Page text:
AP Golf Writer
KAPALUA, Hawaii -- Nick Watney was in the local Honolua Store at Kapalua earlier this week when he saw a familiar face and quickly placed his hand over his chest, covering up the swoosh on his shirt. Add that to the files of worst-kept secrets.
Nike made it official Tuesday with separate announcements that it has signed Watney and Kyle Stanley to equipment deals. Both had been with Titleist.
The biggest Nike acquisition in the offseason, off course, was Rory McIlroy. Nike will make that announcement in Abu Dhabi, where McIlroy will start his season in a couple of weeks. It also landed S.Y. Noh of South Korea.
The bigger surprises were Stewart Cink, who in October said he had one year left on his Nike deal, switching over to TaylorMade. Also going to TaylorMade were former U.S. Open champion Lucas Glover (formerly Nike), Ryan Moore (formerly Adams Golf) and John Huh, who had been playing Ping last year but didn't have an endorsement until well after he won the Mayakoba Classic in Mexico.
Chris Kirk and Gary Woodland (both formerly Titleist) are headed to Callaway.
Watney will be using a high-speed cavity back driver and Nike VR Pro Combo irons, a similar look to the AP2 irons he used at Titleist. Stanley is using blades.
WORLD MONEY LIST
Rory McIlroy is atop the world money list published each year in the "Year in Professional Golf," the comprehensive golf annual that was started by IMG founder Mark McCormack.
McIlroy's five wins included the PGA Championship and two FedEx Cup playoff events. He finished with $11,301,228.
Justin Rose was No. 2 with $7,897,818, even though he won only once on the PGA Tour at the Cadillac Championship at Doral. Rose also won the Turkish Airways World Golf Final, the medal-match exhibition that attracted a world-class field of eight players. Rose beat Lee Westwood in the final match to earn $1.5 million.
Tiger Woods, with three wins, was at No. 3 with $7,388,061. He was followed by Luke Donald (three wins) and Louis Oosthuizen (two wins).
Rounding out the top 10 were Jason Dufner, Brandt Snedeker, Westwood, Bubba Watson and Keegan Bradley. Watson (Masters) and Bradley (Bridgestone Invitational) were the only players in the top 10 who had only one win last year.
LATE ARRIVAL TO DEATH VALLEY
Kyle Stanley grew up in Washington state and now bleeds orange after playing golf at Clemson. So imagine the surprise when he revealed Tuesday that he went to his first Clemson game this year when the Tigers played rival South Carolina.
First game this year? No, first game ever.
"I just never wanted to take a day off," Stanley said, who thus gave new meaning to the phrase "strong work ethic." That's right -- all those years at Clemson, and he was pounding golf balls on Saturday.
Safe to say Lucas Glover never fell into that trap.
As for the game?
"We're sitting up there in the stands and I started thinking, ‘Man, this is kind of fun,"' Stanley said.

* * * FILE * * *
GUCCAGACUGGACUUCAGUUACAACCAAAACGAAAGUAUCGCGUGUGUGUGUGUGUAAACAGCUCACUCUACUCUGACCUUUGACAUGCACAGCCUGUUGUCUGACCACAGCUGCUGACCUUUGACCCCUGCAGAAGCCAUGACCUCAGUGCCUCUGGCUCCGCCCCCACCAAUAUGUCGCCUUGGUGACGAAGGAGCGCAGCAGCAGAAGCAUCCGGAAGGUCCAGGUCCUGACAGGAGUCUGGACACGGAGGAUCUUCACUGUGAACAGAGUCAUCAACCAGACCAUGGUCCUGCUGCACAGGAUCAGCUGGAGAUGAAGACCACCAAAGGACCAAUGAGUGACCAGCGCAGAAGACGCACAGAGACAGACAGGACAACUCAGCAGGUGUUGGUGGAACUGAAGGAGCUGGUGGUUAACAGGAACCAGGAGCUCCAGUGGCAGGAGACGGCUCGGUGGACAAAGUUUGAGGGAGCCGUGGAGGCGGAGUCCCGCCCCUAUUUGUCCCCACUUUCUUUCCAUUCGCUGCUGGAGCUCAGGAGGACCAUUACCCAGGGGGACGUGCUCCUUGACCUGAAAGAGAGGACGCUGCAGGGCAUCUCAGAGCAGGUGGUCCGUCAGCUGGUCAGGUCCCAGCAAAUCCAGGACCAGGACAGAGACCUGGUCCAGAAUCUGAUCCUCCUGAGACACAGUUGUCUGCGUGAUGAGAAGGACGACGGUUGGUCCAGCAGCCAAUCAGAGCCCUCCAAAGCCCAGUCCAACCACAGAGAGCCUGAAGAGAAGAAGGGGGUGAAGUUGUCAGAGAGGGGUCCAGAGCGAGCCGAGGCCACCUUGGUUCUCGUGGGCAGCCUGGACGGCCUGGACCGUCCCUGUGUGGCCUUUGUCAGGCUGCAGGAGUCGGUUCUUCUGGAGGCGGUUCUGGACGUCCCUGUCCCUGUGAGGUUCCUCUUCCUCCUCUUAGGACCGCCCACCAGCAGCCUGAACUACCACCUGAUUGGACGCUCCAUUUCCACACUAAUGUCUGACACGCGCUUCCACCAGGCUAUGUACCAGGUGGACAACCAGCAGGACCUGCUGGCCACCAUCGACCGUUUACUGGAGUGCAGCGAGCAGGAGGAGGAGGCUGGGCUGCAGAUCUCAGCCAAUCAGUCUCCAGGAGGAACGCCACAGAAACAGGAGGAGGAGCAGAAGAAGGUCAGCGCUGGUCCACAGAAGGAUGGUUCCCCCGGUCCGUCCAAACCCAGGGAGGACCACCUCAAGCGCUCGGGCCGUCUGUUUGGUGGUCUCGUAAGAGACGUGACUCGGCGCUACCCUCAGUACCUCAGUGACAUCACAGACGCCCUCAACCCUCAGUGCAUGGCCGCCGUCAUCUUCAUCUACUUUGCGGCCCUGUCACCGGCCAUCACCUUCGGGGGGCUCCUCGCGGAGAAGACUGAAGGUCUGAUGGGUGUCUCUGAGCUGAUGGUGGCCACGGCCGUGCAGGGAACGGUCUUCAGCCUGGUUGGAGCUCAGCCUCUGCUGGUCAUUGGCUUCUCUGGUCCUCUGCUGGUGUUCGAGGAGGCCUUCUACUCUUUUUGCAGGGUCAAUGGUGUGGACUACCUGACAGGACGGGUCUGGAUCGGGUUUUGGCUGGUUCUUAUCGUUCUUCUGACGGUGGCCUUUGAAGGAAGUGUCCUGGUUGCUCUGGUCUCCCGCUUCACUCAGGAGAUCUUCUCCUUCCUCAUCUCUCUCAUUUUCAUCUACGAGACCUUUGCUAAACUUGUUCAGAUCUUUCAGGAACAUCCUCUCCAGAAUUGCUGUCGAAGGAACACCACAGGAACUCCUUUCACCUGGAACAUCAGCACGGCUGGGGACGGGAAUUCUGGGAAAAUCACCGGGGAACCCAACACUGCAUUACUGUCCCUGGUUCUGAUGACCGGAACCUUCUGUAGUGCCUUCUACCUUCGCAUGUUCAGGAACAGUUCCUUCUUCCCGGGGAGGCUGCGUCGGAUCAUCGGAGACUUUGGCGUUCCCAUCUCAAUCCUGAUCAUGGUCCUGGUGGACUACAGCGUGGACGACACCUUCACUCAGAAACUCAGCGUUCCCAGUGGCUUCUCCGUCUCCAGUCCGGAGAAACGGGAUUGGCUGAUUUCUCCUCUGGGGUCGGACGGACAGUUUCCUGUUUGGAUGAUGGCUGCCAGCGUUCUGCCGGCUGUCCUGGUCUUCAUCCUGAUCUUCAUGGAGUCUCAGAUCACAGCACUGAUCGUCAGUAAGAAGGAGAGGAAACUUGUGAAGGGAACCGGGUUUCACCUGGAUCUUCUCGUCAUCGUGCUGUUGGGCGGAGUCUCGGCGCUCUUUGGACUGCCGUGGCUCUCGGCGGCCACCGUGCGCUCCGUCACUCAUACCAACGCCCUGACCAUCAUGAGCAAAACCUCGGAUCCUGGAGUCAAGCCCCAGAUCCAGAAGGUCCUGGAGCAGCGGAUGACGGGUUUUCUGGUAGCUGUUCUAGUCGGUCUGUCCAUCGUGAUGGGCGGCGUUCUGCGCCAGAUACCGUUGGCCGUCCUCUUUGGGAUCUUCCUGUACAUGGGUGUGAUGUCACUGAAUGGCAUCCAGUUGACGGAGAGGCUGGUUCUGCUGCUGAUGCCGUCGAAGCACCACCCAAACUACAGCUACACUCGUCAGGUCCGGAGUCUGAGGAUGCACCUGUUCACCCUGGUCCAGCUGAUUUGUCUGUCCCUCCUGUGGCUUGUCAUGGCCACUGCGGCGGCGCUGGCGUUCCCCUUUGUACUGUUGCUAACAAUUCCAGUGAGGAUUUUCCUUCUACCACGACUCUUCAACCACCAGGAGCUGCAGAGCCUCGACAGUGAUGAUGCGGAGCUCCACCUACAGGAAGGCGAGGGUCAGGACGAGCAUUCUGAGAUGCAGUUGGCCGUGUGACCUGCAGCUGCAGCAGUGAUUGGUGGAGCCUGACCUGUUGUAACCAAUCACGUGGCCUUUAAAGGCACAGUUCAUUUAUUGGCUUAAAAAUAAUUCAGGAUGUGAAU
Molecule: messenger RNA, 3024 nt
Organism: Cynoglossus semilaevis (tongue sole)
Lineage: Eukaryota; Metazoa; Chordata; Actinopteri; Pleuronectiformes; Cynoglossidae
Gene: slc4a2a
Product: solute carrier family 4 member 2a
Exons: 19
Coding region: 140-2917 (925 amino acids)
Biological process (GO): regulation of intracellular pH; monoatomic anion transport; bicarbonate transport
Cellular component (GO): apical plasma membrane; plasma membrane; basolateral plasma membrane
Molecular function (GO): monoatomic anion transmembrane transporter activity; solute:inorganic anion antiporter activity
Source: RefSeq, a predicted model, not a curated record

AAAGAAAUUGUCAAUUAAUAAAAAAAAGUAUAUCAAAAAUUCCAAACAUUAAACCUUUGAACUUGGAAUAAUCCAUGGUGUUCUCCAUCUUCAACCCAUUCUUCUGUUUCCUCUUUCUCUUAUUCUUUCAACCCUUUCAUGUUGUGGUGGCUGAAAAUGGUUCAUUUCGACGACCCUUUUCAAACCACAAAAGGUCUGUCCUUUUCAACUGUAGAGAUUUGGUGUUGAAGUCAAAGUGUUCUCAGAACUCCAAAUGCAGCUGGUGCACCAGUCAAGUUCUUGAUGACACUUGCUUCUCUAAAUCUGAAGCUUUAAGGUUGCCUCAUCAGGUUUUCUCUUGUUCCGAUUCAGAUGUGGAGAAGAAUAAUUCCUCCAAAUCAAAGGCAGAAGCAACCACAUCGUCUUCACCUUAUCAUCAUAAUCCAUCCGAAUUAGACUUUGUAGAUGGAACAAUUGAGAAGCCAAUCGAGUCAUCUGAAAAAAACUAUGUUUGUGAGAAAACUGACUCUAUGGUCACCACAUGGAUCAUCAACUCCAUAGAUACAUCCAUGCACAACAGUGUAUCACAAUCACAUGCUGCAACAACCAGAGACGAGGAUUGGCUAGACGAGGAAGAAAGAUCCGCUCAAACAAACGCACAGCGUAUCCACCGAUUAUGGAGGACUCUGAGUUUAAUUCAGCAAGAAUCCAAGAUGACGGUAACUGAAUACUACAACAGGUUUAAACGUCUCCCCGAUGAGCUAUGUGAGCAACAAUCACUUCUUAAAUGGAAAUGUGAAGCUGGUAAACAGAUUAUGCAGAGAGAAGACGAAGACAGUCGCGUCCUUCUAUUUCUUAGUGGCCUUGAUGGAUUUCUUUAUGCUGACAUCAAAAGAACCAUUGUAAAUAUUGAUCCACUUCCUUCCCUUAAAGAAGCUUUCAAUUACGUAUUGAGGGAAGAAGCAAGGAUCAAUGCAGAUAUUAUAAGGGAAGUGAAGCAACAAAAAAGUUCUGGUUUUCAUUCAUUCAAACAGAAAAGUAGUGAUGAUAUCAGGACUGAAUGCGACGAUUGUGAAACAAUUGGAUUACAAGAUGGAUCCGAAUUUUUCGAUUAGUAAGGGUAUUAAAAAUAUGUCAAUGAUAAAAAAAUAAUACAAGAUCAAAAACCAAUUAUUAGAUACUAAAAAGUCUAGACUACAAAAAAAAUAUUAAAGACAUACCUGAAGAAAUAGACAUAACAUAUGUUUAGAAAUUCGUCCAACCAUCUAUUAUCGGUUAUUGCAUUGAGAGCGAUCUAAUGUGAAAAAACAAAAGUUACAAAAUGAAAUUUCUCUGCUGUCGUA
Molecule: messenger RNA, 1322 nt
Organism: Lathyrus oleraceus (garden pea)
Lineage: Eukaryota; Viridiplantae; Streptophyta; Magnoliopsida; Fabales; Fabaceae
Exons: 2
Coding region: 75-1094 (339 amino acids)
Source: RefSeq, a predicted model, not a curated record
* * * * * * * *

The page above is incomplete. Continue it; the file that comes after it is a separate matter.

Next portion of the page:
GOLF DIGEST LIST
Pine Valley is back to No. 1 in Golf Digest magazine's biennial list of the top 100 courses in the world. The private club in southern New Jersey, designed by George Crump and Harry Colt, had been replaced in the previous list by Augusta National, which this year is No. 2.
The top five remained the same, though there was some reshuffling. Cypress Point went from No. 5 to No. 3, Shinnecock Hills went from No. 3 to No. 4, and Oakmont dropped from No. 4 to No. 5.
Rounding out the top 10 were Merion (East), site of this year's U.S. Open; Pebble Beach, Winged Foot (West), Sand Hills and Fishers Island Club, which was the only newcomer to the top 10 for the 2013 list. Fishers Island replaces National Golf Links, which slipped one spot to No. 11.
Oak Hill, which will host the PGA Championship this year, moved up four spots to No. 17.
Jonas Blixt ended his rookie season with over $2.2 million and a win at the Frys.com Open, allowing him to start his season on Maui.
But the worst is still ahead of him.
When he played golf at Florida State, Blixt became good friends with Torstein Neavestad of Norway, and they decided a few years ago they needed to lose some weight. The deal was to eliminate soda for one year, and whoever cracked first had to ride a roller coaster uninterrupted for two hours. Blixt hates rollers coasters, but he loves his job. So when he was going nowhere on the Nationwide Tour two years ago, he called Neavestad and conceded.
"I made 95 percent of my money that year after I started drinking Coke again," Blixt said.
As for the bet?
Blixt, who clasped both sides of his face at the mere mention of roller coasters, was supposed to make good during the final event of last season at Disney. Just his luck, he found out Disney wouldn't allow someone to go two hours straight, and Neavestad headed home to Norway.
"I'm trying to get out of it," Blixt said. "He's coming back over in a couple of weeks. I still have to do it."